Earlier this month, an appellate court in Mississippi issued an opinion in a personal injury case involving a slip-and-fall accident that occurred at a fast-food restaurant. As is often the case in Washington, D.C. slip-and-fall accidents, this case required the court to determine if the evidence presented by the plaintiff was sufficient to survive a summary judgment challenge by the defendant restaurant.
Ultimately, the court concluded that the evidence gave rise to several factual issues that, if resolved in the plaintiff’s favor, could result in the restaurant being liable for the plaintiff’s injuries. Thus, the case was permitted to proceed toward trial or settlement negotiations.
The Facts of the Case
The plaintiff was dining at the defendant fast-food restaurant with several family members. After he placed his order, the plaintiff began to walk back toward his table. On the way, the plaintiff thought he heard an employee call his name, and he turned around. As he did so, he tripped on the leg of a highchair that was obscured by a “half wall.” Restaurant employees came to the plaintiff’s aid and noticed that his legs were tangled in the legs of the highchair.
An eyewitness to the fall testified that the restaurant’s highchairs were narrow on the top and wide at the bottom, and the way they were positioned behind the half wall made it difficult to see that they protruded into the walkway. The eyewitness explained that she thought the highchairs were a “big hazard.”
An employee for the risk-management company that handled the restaurant’s video surveillance testified that there was a camera pointing directly where the plaintiff fell, but to the best of his knowledge, the video no longer existed. However, the witness explained that he did not know for certain what happened to the tape, and it may have been in the restaurant’s control.
The Defense Motion for Summary Judgment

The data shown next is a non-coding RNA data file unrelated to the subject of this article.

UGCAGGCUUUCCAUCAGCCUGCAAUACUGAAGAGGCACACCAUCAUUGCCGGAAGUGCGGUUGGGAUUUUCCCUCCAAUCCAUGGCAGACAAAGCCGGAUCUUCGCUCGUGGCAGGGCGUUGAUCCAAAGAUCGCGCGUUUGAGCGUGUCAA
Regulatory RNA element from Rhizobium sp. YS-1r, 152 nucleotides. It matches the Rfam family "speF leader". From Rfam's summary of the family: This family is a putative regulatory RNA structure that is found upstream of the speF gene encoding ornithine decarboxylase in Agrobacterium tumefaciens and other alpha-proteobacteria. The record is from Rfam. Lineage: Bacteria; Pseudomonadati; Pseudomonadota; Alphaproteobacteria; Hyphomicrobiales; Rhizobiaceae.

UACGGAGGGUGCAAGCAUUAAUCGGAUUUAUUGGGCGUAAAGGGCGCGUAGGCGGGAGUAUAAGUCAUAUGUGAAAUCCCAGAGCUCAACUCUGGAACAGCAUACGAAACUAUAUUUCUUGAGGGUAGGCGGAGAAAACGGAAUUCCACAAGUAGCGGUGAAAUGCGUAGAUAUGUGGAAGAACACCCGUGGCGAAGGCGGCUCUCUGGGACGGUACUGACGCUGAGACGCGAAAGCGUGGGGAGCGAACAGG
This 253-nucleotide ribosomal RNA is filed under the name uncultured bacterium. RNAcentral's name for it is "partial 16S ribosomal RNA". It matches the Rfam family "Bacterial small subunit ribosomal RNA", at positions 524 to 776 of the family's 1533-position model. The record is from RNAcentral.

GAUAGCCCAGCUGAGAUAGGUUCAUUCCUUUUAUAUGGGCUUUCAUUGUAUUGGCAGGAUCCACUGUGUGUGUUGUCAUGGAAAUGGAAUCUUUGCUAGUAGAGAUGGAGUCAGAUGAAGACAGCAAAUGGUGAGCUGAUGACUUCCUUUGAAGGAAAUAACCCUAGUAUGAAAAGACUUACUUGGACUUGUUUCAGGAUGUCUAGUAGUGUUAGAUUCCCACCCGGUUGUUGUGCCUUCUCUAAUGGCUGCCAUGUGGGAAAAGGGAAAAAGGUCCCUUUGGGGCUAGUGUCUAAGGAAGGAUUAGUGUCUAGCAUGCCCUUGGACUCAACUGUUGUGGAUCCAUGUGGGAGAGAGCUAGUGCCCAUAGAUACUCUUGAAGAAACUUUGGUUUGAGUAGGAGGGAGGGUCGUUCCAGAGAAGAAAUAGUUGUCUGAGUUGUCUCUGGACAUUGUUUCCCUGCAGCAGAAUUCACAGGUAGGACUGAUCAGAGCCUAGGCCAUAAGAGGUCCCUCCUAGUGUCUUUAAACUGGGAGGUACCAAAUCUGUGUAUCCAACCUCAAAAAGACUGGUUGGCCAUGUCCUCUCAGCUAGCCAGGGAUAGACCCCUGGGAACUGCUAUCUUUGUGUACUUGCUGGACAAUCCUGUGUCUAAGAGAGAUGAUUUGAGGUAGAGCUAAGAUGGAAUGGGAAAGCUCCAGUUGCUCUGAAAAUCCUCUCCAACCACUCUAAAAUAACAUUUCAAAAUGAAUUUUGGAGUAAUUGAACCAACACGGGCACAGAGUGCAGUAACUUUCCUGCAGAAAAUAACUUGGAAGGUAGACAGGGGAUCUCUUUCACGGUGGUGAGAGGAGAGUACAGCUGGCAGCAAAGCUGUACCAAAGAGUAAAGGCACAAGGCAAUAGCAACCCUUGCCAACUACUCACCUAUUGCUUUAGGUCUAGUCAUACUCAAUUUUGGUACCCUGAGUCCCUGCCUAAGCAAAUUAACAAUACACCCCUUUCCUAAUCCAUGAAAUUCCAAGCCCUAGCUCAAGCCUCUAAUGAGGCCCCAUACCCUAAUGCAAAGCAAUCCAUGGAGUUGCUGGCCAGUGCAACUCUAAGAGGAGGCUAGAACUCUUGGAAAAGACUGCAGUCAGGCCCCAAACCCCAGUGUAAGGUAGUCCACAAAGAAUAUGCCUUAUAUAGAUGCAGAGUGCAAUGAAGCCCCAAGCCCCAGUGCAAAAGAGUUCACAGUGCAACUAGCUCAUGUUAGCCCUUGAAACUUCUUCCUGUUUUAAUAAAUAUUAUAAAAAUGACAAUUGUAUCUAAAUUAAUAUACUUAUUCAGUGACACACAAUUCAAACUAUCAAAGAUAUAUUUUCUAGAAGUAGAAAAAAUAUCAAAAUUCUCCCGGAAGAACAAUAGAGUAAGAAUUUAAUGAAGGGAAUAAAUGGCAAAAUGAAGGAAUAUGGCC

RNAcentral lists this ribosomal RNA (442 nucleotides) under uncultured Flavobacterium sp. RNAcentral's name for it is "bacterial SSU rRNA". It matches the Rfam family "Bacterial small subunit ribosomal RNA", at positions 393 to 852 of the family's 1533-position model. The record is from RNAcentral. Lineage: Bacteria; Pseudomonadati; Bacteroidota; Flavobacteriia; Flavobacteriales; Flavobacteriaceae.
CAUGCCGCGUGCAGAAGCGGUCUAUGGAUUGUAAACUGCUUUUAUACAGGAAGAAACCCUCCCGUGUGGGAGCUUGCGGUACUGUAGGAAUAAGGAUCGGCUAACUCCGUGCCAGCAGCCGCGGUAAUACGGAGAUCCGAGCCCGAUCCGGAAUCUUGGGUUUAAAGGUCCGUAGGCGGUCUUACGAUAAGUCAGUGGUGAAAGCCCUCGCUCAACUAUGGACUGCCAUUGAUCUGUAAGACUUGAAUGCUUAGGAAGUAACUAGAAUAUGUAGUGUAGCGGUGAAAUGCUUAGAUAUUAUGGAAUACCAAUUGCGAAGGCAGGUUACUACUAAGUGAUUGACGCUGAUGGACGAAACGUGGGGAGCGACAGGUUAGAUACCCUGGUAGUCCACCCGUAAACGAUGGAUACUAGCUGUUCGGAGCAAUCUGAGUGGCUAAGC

The restaurant moved for summary judgment, arguing that the plaintiff failed to present evidence that the highchair was a hazard and that the restaurant employees knew about the hazard. The trial court granted the restaurant’s motion, and the plaintiff appealed.
On appeal, the lower court’s decision was reversed in favor of the plaintiff. The court explained that the eyewitness testimony established that the highchairs may have been improperly stored too near a walkway, and based on storing the chairs in this way, a jury may find that the restaurant was negligent. The court also explained that further information was needed to determine whether the video of the fall exists and, if so, where it is. Due to the court’s ruling, the plaintiff’s case will now proceed toward trial or settlement negotiations.
Have You Been Injured in a Washington, D.C. Slip-and-Fall Accident?
If you or a loved one has recently been injured in a Washington, D.C. slip-and-fall accident, you may be entitled to monetary compensation. Depending on the circumstances surrounding your injuries, you may be entitled to compensation for your past and future medical expenses, lost wages, and any pain and suffering you endured as a result of the accident. To learn more, and to speak with a dedicated Washington, D.C. personal injury attorney about your case, call 410-654-3600 to schedule a free consultation today.
More Blog Posts:
Court Permits Slip-and-Fall Plaintiff’s Case to Proceed Toward Trial, Based on Improperly Maintained Artificial Condition, Washington DC Injury Lawyer Blog, December 18, 2017
Court Finds Church Does Not Have Duty to Assist Parishioners from Parking Lot into Church, Washington DC Injury Lawyer Blog, December 4, 2017